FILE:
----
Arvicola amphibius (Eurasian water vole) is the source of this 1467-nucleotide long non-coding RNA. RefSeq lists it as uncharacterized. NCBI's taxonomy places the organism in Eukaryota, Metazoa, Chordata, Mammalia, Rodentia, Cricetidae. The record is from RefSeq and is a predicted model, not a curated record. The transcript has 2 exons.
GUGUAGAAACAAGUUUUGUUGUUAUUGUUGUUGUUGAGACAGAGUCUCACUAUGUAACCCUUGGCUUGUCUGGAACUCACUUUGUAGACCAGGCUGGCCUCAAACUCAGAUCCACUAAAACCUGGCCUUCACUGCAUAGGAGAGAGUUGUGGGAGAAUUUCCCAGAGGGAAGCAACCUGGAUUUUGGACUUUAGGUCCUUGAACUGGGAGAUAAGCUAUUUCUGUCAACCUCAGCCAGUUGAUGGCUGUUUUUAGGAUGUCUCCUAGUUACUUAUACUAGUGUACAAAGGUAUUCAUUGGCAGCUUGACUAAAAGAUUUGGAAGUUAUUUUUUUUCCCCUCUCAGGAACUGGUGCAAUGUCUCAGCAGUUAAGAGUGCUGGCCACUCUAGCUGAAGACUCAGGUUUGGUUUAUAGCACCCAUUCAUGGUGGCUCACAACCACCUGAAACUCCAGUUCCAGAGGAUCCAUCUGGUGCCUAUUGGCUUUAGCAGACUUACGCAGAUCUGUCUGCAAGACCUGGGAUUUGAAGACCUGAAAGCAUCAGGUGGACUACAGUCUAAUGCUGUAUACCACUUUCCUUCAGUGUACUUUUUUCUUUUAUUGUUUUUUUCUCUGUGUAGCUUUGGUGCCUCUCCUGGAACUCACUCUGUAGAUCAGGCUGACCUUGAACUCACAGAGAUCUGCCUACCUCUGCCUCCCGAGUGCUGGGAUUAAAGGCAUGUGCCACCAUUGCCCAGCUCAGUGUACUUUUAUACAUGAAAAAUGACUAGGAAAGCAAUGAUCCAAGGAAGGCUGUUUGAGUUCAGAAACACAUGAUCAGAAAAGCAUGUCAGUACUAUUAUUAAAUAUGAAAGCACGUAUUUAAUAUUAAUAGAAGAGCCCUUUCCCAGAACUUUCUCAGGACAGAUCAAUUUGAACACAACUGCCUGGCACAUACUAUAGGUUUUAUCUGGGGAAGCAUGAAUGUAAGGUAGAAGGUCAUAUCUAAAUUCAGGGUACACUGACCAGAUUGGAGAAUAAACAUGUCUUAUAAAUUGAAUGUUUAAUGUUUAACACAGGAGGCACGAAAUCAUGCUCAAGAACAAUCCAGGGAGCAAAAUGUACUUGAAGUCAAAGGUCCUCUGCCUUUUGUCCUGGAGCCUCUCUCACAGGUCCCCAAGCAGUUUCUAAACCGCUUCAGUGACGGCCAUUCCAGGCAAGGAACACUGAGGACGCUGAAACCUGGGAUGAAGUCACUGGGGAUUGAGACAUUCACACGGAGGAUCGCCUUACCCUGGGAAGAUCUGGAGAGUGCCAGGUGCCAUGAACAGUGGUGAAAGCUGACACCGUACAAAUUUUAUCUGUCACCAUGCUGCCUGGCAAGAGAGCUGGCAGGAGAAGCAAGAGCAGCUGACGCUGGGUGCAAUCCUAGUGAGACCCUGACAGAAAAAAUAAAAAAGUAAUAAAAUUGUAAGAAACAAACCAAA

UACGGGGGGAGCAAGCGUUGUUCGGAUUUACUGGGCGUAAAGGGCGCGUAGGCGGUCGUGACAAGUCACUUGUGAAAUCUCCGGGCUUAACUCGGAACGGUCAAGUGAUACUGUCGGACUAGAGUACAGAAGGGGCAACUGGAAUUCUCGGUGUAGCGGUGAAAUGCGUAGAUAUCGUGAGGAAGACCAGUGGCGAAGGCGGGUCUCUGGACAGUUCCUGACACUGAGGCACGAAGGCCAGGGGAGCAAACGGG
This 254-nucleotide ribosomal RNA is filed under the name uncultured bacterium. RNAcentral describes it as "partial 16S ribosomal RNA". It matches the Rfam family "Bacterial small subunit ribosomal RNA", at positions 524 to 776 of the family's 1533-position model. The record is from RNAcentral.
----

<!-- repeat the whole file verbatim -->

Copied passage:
Arvicola amphibius (Eurasian water vole) is the source of this 1467-nucleotide long non-coding RNA. RefSeq lists it as uncharacterized. NCBI's taxonomy places the organism in Eukaryota, Metazoa, Chordata, Mammalia, Rodentia, Cricetidae. The record is from RefSeq and is a predicted model, not a curated record. The transcript has 2 exons.
GUGUAGAAACAAGUUUUGUUGUUAUUGUUGUUGUUGAGACAGAGUCUCACUAUGUAACCCUUGGCUUGUCUGGAACUCACUUUGUAGACCAGGCUGGCCUCAAACUCAGAUCCACUAAAACCUGGCCUUCACUGCAUAGGAGAGAGUUGUGGGAGAAUUUCCCAGAGGGAAGCAACCUGGAUUUUGGACUUUAGGUCCUUGAACUGGGAGAUAAGCUAUUUCUGUCAACCUCAGCCAGUUGAUGGCUGUUUUUAGGAUGUCUCCUAGUUACUUAUACUAGUGUACAAAGGUAUUCAUUGGCAGCUUGACUAAAAGAUUUGGAAGUUAUUUUUUUUCCCCUCUCAGGAACUGGUGCAAUGUCUCAGCAGUUAAGAGUGCUGGCCACUCUAGCUGAAGACUCAGGUUUGGUUUAUAGCACCCAUUCAUGGUGGCUCACAACCACCUGAAACUCCAGUUCCAGAGGAUCCAUCUGGUGCCUAUUGGCUUUAGCAGACUUACGCAGAUCUGUCUGCAAGACCUGGGAUUUGAAGACCUGAAAGCAUCAGGUGGACUACAGUCUAAUGCUGUAUACCACUUUCCUUCAGUGUACUUUUUUCUUUUAUUGUUUUUUUCUCUGUGUAGCUUUGGUGCCUCUCCUGGAACUCACUCUGUAGAUCAGGCUGACCUUGAACUCACAGAGAUCUGCCUACCUCUGCCUCCCGAGUGCUGGGAUUAAAGGCAUGUGCCACCAUUGCCCAGCUCAGUGUACUUUUAUACAUGAAAAAUGACUAGGAAAGCAAUGAUCCAAGGAAGGCUGUUUGAGUUCAGAAACACAUGAUCAGAAAAGCAUGUCAGUACUAUUAUUAAAUAUGAAAGCACGUAUUUAAUAUUAAUAGAAGAGCCCUUUCCCAGAACUUUCUCAGGACAGAUCAAUUUGAACACAACUGCCUGGCACAUACUAUAGGUUUUAUCUGGGGAAGCAUGAAUGUAAGGUAGAAGGUCAUAUCUAAAUUCAGGGUACACUGACCAGAUUGGAGAAUAAACAUGUCUUAUAAAUUGAAUGUUUAAUGUUUAACACAGGAGGCACGAAAUCAUGCUCAAGAACAAUCCAGGGAGCAAAAUGUACUUGAAGUCAAAGGUCCUCUGCCUUUUGUCCUGGAGCCUCUCUCACAGGUCCCCAAGCAGUUUCUAAACCGCUUCAGUGACGGCCAUUCCAGGCAAGGAACACUGAGGACGCUGAAACCUGGGAUGAAGUCACUGGGGAUUGAGACAUUCACACGGAGGAUCGCCUUACCCUGGGAAGAUCUGGAGAGUGCCAGGUGCCAUGAACAGUGGUGAAAGCUGACACCGUACAAAUUUUAUCUGUCACCAUGCUGCCUGGCAAGAGAGCUGGCAGGAGAAGCAAGAGCAGCUGACGCUGGGUGCAAUCCUAGUGAGACCCUGACAGAAAAAAUAAAAAAGUAAUAAAAUUGUAAGAAACAAACCAAA

UACGGGGGGAGCAAGCGUUGUUCGGAUUUACUGGGCGUAAAGGGCGCGUAGGCGGUCGUGACAAGUCACUUGUGAAAUCUCCGGGCUUAACUCGGAACGGUCAAGUGAUACUGUCGGACUAGAGUACAGAAGGGGCAACUGGAAUUCUCGGUGUAGCGGUGAAAUGCGUAGAUAUCGUGAGGAAGACCAGUGGCGAAGGCGGGUCUCUGGACAGUUCCUGACACUGAGGCACGAAGGCCAGGGGAGCAAACGGG
This 254-nucleotide ribosomal RNA is filed under the name uncultured bacterium. RNAcentral describes it as "partial 16S ribosomal RNA". It matches the Rfam family "Bacterial small subunit ribosomal RNA", at positions 524 to 776 of the family's 1533-position model. The record is from RNAcentral.